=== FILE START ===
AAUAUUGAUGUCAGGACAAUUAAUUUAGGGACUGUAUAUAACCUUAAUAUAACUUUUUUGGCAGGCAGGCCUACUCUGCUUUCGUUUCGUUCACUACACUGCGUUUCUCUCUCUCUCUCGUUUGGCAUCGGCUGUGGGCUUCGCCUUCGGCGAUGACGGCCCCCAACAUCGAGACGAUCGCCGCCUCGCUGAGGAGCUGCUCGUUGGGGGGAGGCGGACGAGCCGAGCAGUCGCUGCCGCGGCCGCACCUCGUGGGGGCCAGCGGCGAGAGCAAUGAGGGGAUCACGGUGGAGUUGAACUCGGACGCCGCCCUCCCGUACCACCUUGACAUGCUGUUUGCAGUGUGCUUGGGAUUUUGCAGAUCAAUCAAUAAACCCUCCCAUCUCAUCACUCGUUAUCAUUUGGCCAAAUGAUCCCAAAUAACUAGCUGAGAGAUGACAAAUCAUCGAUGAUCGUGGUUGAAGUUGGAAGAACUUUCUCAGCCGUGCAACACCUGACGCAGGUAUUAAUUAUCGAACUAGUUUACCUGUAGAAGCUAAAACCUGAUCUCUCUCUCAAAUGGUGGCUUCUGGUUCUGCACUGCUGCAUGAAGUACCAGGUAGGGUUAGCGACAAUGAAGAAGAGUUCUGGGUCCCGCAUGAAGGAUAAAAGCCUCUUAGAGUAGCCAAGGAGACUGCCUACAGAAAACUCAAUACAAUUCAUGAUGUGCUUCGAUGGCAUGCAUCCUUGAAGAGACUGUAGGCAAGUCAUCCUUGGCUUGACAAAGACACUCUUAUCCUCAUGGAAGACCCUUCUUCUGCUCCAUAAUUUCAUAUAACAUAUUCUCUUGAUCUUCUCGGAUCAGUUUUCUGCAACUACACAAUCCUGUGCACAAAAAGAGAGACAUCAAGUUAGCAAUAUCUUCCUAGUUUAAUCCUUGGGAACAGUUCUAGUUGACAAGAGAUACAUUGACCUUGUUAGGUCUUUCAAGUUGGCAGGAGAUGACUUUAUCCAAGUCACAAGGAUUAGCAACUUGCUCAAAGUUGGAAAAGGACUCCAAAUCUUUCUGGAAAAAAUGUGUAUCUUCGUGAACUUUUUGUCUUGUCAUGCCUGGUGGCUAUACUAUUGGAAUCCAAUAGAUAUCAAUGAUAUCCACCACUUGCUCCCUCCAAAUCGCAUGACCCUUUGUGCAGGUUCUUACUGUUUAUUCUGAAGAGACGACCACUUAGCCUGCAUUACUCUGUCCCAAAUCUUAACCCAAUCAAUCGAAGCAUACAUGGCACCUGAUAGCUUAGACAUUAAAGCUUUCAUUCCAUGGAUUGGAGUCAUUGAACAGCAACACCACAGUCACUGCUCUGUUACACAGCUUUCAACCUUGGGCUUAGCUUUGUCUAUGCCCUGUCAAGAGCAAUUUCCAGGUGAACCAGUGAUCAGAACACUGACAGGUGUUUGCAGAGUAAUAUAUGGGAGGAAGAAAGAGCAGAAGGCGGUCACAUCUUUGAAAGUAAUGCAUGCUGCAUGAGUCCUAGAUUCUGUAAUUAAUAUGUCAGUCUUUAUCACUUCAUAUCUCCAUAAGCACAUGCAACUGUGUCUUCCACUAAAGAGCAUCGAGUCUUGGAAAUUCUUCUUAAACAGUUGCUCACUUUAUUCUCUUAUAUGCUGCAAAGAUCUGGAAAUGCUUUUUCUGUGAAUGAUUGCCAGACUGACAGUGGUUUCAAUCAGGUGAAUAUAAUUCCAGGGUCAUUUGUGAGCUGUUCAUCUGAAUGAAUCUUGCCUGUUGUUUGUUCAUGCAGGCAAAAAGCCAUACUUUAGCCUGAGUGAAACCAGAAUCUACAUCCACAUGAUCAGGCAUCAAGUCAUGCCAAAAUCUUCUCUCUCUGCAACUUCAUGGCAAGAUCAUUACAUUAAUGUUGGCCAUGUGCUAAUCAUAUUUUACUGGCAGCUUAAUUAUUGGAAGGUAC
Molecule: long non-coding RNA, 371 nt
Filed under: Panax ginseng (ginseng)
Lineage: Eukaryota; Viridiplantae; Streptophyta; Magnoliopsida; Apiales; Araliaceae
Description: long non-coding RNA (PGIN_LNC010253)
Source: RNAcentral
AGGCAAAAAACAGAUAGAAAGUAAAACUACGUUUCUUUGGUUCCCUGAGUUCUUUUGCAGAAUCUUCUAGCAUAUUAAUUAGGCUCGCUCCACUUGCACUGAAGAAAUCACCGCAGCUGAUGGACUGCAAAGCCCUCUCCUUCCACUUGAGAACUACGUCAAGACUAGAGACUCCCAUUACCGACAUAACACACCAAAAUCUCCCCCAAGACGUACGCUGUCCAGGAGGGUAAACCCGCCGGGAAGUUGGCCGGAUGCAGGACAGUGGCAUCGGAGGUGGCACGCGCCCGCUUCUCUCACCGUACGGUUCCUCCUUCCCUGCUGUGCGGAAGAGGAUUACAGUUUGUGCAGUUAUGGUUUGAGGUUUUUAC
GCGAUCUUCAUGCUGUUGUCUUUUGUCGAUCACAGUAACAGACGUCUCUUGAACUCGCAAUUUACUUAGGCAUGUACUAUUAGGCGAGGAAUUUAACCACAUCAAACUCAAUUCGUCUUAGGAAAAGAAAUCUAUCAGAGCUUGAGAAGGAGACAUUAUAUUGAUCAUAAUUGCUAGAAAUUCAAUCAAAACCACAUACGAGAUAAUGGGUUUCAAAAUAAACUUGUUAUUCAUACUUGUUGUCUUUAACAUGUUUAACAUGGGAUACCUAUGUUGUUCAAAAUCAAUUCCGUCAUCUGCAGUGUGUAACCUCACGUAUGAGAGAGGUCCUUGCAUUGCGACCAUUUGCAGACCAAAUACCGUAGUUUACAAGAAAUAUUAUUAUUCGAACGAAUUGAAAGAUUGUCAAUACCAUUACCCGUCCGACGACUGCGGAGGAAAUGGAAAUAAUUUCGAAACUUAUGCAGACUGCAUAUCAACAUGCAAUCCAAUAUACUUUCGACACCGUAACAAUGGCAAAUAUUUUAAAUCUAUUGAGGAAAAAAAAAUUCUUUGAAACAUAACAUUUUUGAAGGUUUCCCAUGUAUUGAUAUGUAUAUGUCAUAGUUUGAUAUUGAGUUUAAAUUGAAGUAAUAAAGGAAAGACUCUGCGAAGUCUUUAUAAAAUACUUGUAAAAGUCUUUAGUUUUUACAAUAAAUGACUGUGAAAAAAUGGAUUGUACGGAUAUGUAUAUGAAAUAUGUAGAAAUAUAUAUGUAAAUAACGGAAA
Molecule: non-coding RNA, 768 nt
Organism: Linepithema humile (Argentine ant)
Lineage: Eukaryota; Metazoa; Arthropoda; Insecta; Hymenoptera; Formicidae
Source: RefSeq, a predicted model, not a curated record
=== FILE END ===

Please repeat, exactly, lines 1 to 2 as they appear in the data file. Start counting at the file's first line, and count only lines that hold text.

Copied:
AAUAUUGAUGUCAGGACAAUUAAUUUAGGGACUGUAUAUAACCUUAAUAUAACUUUUUUGGCAGGCAGGCCUACUCUGCUUUCGUUUCGUUCACUACACUGCGUUUCUCUCUCUCUCUCGUUUGGCAUCGGCUGUGGGCUUCGCCUUCGGCGAUGACGGCCCCCAACAUCGAGACGAUCGCCGCCUCGCUGAGGAGCUGCUCGUUGGGGGGAGGCGGACGAGCCGAGCAGUCGCUGCCGCGGCCGCACCUCGUGGGGGCCAGCGGCGAGAGCAAUGAGGGGAUCACGGUGGAGUUGAACUCGGACGCCGCCCUCCCGUACCACCUUGACAUGCUGUUUGCAGUGUGCUUGGGAUUUUGCAGAUCAAUCAAUAAACCCUCCCAUCUCAUCACUCGUUAUCAUUUGGCCAAAUGAUCCCAAAUAACUAGCUGAGAGAUGACAAAUCAUCGAUGAUCGUGGUUGAAGUUGGAAGAACUUUCUCAGCCGUGCAACACCUGACGCAGGUAUUAAUUAUCGAACUAGUUUACCUGUAGAAGCUAAAACCUGAUCUCUCUCUCAAAUGGUGGCUUCUGGUUCUGCACUGCUGCAUGAAGUACCAGGUAGGGUUAGCGACAAUGAAGAAGAGUUCUGGGUCCCGCAUGAAGGAUAAAAGCCUCUUAGAGUAGCCAAGGAGACUGCCUACAGAAAACUCAAUACAAUUCAUGAUGUGCUUCGAUGGCAUGCAUCCUUGAAGAGACUGUAGGCAAGUCAUCCUUGGCUUGACAAAGACACUCUUAUCCUCAUGGAAGACCCUUCUUCUGCUCCAUAAUUUCAUAUAACAUAUUCUCUUGAUCUUCUCGGAUCAGUUUUCUGCAACUACACAAUCCUGUGCACAAAAAGAGAGACAUCAAGUUAGCAAUAUCUUCCUAGUUUAAUCCUUGGGAACAGUUCUAGUUGACAAGAGAUACAUUGACCUUGUUAGGUCUUUCAAGUUGGCAGGAGAUGACUUUAUCCAAGUCACAAGGAUUAGCAACUUGCUCAAAGUUGGAAAAGGACUCCAAAUCUUUCUGGAAAAAAUGUGUAUCUUCGUGAACUUUUUGUCUUGUCAUGCCUGGUGGCUAUACUAUUGGAAUCCAAUAGAUAUCAAUGAUAUCCACCACUUGCUCCCUCCAAAUCGCAUGACCCUUUGUGCAGGUUCUUACUGUUUAUUCUGAAGAGACGACCACUUAGCCUGCAUUACUCUGUCCCAAAUCUUAACCCAAUCAAUCGAAGCAUACAUGGCACCUGAUAGCUUAGACAUUAAAGCUUUCAUUCCAUGGAUUGGAGUCAUUGAACAGCAACACCACAGUCACUGCUCUGUUACACAGCUUUCAACCUUGGGCUUAGCUUUGUCUAUGCCCUGUCAAGAGCAAUUUCCAGGUGAACCAGUGAUCAGAACACUGACAGGUGUUUGCAGAGUAAUAUAUGGGAGGAAGAAAGAGCAGAAGGCGGUCACAUCUUUGAAAGUAAUGCAUGCUGCAUGAGUCCUAGAUUCUGUAAUUAAUAUGUCAGUCUUUAUCACUUCAUAUCUCCAUAAGCACAUGCAACUGUGUCUUCCACUAAAGAGCAUCGAGUCUUGGAAAUUCUUCUUAAACAGUUGCUCACUUUAUUCUCUUAUAUGCUGCAAAGAUCUGGAAAUGCUUUUUCUGUGAAUGAUUGCCAGACUGACAGUGGUUUCAAUCAGGUGAAUAUAAUUCCAGGGUCAUUUGUGAGCUGUUCAUCUGAAUGAAUCUUGCCUGUUGUUUGUUCAUGCAGGCAAAAAGCCAUACUUUAGCCUGAGUGAAACCAGAAUCUACAUCCACAUGAUCAGGCAUCAAGUCAUGCCAAAAUCUUCUCUCUCUGCAACUUCAUGGCAAGAUCAUUACAUUAAUGUUGGCCAUGUGCUAAUCAUAUUUUACUGGCAGCUUAAUUAUUGGAAGGUAC
Molecule: long non-coding RNA, 371 nt